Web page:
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UWI alumni lending a hand


SHERRYLYN CLARKE, [email protected]

UWI alumni lending a hand

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HELP IS on the way for new and continuing students of the Cave Hill Campus of the University of the West Indies affected by Government’s new tuition fees policy and it is coming from former colleagues here and in the diaspora.

This was disclosed on Friday evening by Carl Farley, head of the Barbados Chapter of the UWI Alumni Association, one of 15 operating regionally and internationally, during the UWI matriculation ceremony in the Roy Marshall Teaching Complex.

“We have embarked on a series of initiatives designed to provide support in the form of scholarships, grants, contributions and internships to assist those needy students,” Farley said.

He told the hundreds of new students, their families and guardians, they were entering the campus at a time when many of the countries in the region were facing great economic, social and political challenges.

“Accordingly, in this academic year, 2014-2015, for the first time, Barbadian students are required to pay the tuition cost for their tertiary education,” he noted.

“This payment of tuition fees continues to be a source of concern for us in the alumni as we have expressed in a Press release dated August 2013.

“In that article, we stated that we were particularly concerned about those students who will be unable to pay the tuition fee . . . .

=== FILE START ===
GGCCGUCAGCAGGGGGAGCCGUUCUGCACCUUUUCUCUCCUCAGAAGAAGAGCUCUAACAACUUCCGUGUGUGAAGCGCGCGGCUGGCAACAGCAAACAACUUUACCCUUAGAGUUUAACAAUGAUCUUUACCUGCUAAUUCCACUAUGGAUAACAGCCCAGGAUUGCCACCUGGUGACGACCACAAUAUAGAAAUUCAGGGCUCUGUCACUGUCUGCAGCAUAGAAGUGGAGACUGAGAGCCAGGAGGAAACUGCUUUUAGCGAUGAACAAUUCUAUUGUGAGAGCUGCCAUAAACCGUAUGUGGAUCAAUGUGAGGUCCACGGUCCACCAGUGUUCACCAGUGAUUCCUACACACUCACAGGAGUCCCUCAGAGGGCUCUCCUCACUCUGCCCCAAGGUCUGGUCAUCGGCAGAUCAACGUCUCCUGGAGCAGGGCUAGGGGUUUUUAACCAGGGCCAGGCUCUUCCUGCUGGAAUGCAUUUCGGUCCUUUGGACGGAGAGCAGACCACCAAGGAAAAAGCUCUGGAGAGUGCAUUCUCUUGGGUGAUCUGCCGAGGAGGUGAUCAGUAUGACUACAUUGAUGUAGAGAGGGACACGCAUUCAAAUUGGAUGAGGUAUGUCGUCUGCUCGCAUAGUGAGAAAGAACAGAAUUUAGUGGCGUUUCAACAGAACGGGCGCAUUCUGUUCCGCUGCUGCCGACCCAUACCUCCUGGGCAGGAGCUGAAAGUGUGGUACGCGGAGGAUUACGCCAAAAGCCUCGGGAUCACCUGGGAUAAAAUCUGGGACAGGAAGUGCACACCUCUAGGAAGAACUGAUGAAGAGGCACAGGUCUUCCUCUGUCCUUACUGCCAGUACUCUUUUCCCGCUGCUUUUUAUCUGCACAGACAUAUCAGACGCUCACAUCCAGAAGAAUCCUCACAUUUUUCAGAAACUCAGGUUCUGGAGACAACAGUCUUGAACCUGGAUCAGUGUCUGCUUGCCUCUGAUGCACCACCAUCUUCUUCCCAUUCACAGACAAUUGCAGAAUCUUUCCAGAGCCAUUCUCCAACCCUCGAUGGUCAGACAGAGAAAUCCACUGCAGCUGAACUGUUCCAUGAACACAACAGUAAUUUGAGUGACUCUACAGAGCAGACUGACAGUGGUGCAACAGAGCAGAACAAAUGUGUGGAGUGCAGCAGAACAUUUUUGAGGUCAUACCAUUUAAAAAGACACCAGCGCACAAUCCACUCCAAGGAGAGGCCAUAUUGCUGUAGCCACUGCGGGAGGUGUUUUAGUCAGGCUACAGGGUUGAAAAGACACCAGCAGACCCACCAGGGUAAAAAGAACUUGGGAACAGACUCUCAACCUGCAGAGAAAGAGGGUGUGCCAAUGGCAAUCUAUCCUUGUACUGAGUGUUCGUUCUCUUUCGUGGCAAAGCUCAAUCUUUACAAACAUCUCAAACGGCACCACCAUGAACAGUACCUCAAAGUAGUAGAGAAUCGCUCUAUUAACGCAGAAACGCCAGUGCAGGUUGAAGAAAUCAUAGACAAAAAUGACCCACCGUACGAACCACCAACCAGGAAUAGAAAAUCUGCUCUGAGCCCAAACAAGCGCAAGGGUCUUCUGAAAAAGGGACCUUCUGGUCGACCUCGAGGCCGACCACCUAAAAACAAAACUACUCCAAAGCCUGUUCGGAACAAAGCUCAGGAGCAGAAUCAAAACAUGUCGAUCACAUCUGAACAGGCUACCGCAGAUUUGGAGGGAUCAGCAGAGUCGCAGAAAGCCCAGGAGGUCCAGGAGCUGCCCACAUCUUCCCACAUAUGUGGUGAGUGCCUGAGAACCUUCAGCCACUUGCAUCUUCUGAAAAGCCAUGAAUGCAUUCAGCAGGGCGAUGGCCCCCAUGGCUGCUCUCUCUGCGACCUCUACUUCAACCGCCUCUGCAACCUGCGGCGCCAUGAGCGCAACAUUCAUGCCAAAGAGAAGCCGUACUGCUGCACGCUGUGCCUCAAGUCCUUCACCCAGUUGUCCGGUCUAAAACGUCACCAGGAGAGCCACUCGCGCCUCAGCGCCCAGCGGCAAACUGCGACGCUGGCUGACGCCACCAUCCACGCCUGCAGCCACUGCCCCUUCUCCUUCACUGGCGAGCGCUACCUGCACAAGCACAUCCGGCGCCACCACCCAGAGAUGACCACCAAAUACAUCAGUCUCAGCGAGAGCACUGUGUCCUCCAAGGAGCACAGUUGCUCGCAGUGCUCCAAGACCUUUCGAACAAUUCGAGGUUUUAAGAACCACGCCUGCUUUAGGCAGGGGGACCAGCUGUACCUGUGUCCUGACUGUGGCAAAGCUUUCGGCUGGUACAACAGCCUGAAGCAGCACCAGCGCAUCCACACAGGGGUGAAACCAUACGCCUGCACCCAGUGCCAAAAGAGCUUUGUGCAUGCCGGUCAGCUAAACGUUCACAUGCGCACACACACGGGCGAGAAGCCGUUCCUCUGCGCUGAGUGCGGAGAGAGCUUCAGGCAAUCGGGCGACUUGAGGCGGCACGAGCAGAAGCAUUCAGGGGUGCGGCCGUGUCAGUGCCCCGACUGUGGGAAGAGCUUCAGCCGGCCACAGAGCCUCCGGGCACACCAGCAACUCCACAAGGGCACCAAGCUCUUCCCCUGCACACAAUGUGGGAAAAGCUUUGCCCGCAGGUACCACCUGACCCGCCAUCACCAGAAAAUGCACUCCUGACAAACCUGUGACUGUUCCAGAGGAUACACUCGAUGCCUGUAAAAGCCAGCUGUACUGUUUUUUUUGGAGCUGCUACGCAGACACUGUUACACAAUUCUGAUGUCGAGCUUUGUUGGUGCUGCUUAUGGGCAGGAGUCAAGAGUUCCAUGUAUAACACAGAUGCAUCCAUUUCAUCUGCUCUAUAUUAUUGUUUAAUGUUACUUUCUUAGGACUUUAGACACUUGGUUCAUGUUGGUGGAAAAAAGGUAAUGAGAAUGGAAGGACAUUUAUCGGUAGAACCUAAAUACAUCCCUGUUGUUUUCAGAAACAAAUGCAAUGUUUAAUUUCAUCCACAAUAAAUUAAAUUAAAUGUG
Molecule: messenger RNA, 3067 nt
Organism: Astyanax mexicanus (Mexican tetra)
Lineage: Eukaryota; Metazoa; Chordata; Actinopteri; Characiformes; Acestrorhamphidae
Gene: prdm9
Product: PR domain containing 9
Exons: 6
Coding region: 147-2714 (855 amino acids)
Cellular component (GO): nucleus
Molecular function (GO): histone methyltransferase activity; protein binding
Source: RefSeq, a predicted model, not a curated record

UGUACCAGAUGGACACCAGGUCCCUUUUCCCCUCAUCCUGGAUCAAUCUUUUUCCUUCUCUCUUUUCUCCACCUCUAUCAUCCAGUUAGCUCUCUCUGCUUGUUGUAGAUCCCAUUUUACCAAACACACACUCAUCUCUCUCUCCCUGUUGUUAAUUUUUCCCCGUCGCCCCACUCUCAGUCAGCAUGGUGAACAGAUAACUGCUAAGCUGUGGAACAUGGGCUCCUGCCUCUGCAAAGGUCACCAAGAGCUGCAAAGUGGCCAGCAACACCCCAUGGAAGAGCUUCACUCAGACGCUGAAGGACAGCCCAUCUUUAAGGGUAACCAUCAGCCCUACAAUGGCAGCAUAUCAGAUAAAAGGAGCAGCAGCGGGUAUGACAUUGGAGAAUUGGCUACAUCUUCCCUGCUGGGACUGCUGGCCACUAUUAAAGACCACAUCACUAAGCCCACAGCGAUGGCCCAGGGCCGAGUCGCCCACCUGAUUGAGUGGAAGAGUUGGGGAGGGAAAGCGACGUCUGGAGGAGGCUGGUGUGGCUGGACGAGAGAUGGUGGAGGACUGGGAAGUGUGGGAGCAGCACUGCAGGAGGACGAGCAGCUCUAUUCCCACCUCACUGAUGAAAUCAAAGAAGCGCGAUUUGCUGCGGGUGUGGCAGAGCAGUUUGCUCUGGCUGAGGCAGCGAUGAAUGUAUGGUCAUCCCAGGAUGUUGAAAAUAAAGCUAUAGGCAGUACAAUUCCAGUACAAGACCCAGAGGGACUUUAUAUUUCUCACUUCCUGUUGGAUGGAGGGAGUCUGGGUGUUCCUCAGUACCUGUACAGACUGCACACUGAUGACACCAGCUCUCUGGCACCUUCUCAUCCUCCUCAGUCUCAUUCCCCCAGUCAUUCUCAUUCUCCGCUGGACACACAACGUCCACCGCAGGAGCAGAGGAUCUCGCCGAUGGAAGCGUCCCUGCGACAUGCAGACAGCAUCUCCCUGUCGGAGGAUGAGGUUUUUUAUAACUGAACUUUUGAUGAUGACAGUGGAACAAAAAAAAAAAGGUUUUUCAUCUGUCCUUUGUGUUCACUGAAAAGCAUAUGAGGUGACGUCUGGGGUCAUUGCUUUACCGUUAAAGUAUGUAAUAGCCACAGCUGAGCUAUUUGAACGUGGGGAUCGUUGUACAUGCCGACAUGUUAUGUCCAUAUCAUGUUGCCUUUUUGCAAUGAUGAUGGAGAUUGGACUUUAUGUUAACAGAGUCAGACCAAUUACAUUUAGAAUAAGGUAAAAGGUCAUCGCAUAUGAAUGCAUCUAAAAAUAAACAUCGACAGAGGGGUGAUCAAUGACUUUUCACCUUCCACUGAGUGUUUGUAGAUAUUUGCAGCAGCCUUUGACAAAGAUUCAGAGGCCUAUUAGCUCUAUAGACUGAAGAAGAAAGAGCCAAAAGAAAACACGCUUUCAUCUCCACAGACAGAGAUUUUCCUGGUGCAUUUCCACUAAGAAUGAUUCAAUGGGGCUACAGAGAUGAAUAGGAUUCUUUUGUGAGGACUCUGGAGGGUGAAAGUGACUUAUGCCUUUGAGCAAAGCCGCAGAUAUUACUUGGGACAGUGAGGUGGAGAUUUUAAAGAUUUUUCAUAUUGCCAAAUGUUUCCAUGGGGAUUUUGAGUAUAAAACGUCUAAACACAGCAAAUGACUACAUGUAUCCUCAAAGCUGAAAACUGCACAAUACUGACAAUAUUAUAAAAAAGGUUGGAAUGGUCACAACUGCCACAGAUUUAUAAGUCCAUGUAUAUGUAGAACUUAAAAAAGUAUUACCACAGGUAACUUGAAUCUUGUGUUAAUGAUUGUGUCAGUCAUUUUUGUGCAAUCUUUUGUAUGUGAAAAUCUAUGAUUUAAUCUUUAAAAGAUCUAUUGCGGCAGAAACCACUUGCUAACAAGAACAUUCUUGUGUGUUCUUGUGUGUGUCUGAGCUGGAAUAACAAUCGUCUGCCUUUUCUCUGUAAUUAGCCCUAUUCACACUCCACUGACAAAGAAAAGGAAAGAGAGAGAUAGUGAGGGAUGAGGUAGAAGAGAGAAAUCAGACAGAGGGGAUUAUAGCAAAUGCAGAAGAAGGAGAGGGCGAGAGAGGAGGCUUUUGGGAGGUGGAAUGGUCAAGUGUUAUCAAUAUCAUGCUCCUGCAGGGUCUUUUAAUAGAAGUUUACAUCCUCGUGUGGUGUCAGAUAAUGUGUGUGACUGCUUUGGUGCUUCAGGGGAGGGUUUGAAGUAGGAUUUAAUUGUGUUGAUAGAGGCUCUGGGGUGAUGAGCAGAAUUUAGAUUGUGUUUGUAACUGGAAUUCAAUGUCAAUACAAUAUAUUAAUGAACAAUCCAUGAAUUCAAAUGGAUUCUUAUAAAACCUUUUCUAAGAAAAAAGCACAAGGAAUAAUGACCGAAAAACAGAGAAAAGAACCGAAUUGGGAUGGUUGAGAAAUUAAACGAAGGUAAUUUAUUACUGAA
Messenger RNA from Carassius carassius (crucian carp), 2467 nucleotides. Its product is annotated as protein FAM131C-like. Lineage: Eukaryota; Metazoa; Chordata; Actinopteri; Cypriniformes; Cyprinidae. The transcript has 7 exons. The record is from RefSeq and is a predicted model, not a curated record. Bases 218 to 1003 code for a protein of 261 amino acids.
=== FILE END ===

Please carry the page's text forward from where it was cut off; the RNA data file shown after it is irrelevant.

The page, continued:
“Hence, the members of the Alumni Association are of the view that efficient systems must be put in place to ensure that no qualified entrant is denied the opportunity to obtain a quality tertiary education simply because of the paucity of funds on his or her part.

“For these reasons, we remain steadfast in our resolve that any measure which significantly reduces the intake of students at the campus is not positive for the development of this institution or the society which it aptly serves.

​​Course options

​​“While this measure impacts the Barbadian students directly, there is an indirect impact on all students as it relates to course options, continuity and variety.

“We in the Alumni Association are therefore resolved and remain extremely committed to the UWI and to the Cave Hill Campus in particular to assist our students.”

Matriculation speaker, president of the Barbados Economic Society, Jeremy Stephen, a 2005 graduate recently appointed a lecturer in finance at Cave Hill, told the students that despite being made to pay for their education, they have the opportunity to learn from some of the greatest minds he has ever met.

“. . . By paying those tuition fees, to me, that is what I would call a nominal commitment to ensuring, even if you go overseas, and even if another financial crisis does not cause you to run back here, as it did with me, that you understand you’ve got a family, you’ve got a legacy, you’ve got a country, to take care of,” Stephen said.

 

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